BURSARIES available to thousands of poor and middle-income students are to be cut next year, forcing them to rely on higher loans for their day-to-day living costs.
For students from the country’s poorest homes, bursaries will be reduced by nearly £1,000 from next April as the Scottish Government reduces the overall budget for undergraduate support.
Figures show that for students from homes with an income of about £25,000, the cash grant which helps them with living costs while they are at university is to be cut even further, from £1,800 this year to just £500 next year.
The drop in bursary payments is to be balanced out by a rise in the amount of loan available, with each student able to take out at least £4,500 a year from next year.
The reforms were unveiled last month by education secretary Michael Russell, who said they offered students “enhanced support”. He added that, combined with free tuition in Scotland, they amounted to the “UK’s best student support package”.
However, details of the bursary cut were not mentioned in a Scottish Government press release publicising the reforms.
Scottish Conservative leader Ruth Davidson yesterday challenged First Minister Alex Salmond over the cuts in a bad-tempered question time session at Holyrood, accusing him of being “clueless about the havoc” being wreaked by Mr Russell.
But Mr Salmond hit back, accusing the Conservative-led UK coalition of “scything” his own budget and causing cutbacks across Scotland.
And Mr Russell was backed by NUS Scotland which said that, despite the cut in bursaries, the large rise in the loan amount would help students get more “cash in their pocket”, giving them confidence to continue their studies.
The drop in overall support was shown last month in Scottish Government documents that revealed a fall from £325 million this year to £302m next year.
Figures published by the Student Awards Agency for Scotland, which distributes the bursaries to students across the country, now show exactly how much less students can claim.
Until now, students have had their grant assessed on a pound-for-pound basis. This year, a young student with a family income of £19,310 or less can claim a bursary of £2,640. Under the new system, however, the low income band has been dropped to £16,999 and the bursary itself has been reduced to £1,750.
The cuts also apply further up the income scale. For students from homes with an income of £22,000, this year’s bursary amounts to £2,163. Next year, it will be just £1,000. And while a student with a home income of £25,000 is currently able to claim £1,631, next year the figure will fall to £500.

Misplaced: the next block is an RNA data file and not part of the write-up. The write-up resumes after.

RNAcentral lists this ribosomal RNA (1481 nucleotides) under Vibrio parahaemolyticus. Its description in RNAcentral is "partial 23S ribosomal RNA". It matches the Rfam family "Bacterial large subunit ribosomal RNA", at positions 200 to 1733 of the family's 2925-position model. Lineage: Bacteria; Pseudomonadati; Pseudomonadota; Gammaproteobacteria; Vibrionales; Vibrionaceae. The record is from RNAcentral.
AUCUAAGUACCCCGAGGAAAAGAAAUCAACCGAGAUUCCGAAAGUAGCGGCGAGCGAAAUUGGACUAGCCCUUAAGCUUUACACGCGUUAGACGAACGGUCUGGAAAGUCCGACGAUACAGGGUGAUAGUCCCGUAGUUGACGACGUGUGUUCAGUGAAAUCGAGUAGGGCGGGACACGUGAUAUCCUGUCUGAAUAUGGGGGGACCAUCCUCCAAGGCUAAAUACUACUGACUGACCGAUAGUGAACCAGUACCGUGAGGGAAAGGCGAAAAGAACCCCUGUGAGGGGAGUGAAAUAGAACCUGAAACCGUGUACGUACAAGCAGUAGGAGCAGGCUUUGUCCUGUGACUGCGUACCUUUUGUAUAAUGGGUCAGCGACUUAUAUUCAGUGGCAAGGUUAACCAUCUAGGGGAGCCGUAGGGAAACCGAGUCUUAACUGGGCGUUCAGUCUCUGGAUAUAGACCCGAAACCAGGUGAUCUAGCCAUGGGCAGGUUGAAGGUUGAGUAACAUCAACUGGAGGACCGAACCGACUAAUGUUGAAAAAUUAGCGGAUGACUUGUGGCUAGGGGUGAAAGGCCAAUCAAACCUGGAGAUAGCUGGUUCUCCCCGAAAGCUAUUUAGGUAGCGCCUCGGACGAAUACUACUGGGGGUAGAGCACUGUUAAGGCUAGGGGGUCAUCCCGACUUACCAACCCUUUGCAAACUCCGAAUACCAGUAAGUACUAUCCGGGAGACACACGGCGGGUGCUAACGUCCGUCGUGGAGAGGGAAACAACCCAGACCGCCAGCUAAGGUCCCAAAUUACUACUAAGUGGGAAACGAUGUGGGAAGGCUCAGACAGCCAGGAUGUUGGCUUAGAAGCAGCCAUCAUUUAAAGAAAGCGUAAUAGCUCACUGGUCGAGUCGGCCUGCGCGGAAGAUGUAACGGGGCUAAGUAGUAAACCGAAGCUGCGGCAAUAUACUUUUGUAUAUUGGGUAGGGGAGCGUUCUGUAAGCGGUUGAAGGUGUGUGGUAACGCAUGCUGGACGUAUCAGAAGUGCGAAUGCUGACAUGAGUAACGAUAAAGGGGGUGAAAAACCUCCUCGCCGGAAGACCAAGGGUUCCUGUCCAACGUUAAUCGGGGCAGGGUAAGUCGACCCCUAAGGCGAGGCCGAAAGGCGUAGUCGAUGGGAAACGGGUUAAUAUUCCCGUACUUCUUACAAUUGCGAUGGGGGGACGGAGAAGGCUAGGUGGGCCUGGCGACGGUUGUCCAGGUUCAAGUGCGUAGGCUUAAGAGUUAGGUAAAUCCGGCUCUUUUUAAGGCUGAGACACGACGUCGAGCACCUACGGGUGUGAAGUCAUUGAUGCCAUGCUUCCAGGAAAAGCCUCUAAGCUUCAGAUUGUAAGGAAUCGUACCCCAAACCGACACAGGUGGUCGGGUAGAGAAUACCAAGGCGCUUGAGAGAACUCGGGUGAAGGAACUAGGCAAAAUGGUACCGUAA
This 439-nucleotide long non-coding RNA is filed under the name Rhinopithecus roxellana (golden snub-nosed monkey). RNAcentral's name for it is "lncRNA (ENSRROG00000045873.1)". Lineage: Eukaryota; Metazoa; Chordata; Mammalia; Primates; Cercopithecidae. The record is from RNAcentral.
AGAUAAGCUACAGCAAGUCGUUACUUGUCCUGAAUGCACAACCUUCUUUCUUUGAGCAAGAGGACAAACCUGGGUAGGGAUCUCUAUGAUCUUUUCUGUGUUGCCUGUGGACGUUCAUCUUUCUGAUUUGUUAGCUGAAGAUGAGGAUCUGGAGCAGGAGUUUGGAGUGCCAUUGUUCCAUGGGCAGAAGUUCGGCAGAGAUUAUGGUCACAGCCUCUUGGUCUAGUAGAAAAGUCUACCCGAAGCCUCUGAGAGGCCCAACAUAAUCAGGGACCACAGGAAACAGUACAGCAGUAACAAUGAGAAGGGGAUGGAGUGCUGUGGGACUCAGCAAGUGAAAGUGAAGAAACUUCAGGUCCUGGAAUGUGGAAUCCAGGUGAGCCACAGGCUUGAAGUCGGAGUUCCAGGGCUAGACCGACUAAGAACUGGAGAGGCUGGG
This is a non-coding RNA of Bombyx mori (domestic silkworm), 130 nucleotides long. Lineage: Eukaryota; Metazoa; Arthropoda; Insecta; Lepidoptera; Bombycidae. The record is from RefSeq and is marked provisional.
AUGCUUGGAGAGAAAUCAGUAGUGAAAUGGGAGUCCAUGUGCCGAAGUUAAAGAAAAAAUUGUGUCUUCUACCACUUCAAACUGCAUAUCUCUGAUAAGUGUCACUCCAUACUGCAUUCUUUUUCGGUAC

Students from homes with an income of more than £34,000 cannot apply for a bursary.
However, the fall in grants is to be matched by a marked increase in the loans that students can take, with all students now able to take out up to £4,500, no matter their family income.
The reforms were publicised by Mr Russell as a way of meeting calls by NUS Scotland to ensure there was “more cash in students pockets” and to encourage students continued with their education rather than be put off by concerns over money.
He said the plans would ensure students from low-income households could be assured they would have a “minimum income of £7,250” and estimated this would impact on some 45,000 students in this income bracket.
However, the press release at the time made no mention of the changes in the balance between loans and bursaries, nor that the lion’s share of the income would have to be met through a loan.
Raising the matter yesterday, Scottish Conservative leader Ruth Davidson said the cut for the poorest group of students, equivalent to 34 per cent, was “shameful”. She added: “This further exposes the myth of free education, with the most needy in Scotland being among the hardest hit by the SNP. The Scottish Government has made this cut for student bursaries by stealth, showing how sleekit this administration has become when handling bad news.”
However, responding to Ms Davidson in the chamber yesterday, Mr Salmond said: “At some stage, the Conservative Party will have to get over this contradiction between constantly calling for additional expenditure on things that they want additional expenditure on while their government at Westminster is scything the Scottish budget.
“The comparison, of course, is how we’ve managed to maintain public services in comparison to what is happening in England and indeed in Wales.”
Ministers say they announced the plans after getting the support of NUS Scotland. The group last night said it backed the cut in bursaries, saying the parallel increase in the loan pot available to students made up the difference.
Its president, Robin Parker, said: “The new changes represent a huge investment of additional money into Scottish students’ pockets.
“While there has been a cut in the bursaries, overall there’s an increase of around £150m per year in the amount of financial help students will get – up by almost £1,000 in total for the poorest students. Under these proposals, every student will have more money in their pocket, to pay the bills that vitally keep them in education”
The NUS added that surveys had shown 79 per cent of students were more concerned about having money in their pocket now, as against 21 per cent who said they were more concerned with reducing their student loan once they graduated.
Under the new scheme, loans of up to £5,500 a year will be available. It means a graduate doing a four-year degree could end up with a student loan of £22,000 by the time they leave university.
A spokesman for the Scottish Government said it was “delivering the best student support package available anywhere in the UK”, adding: “All students will have more money in their pockets, and from next year we will ensure that the most vulnerable benefit from a minimum income of at least £7,250.”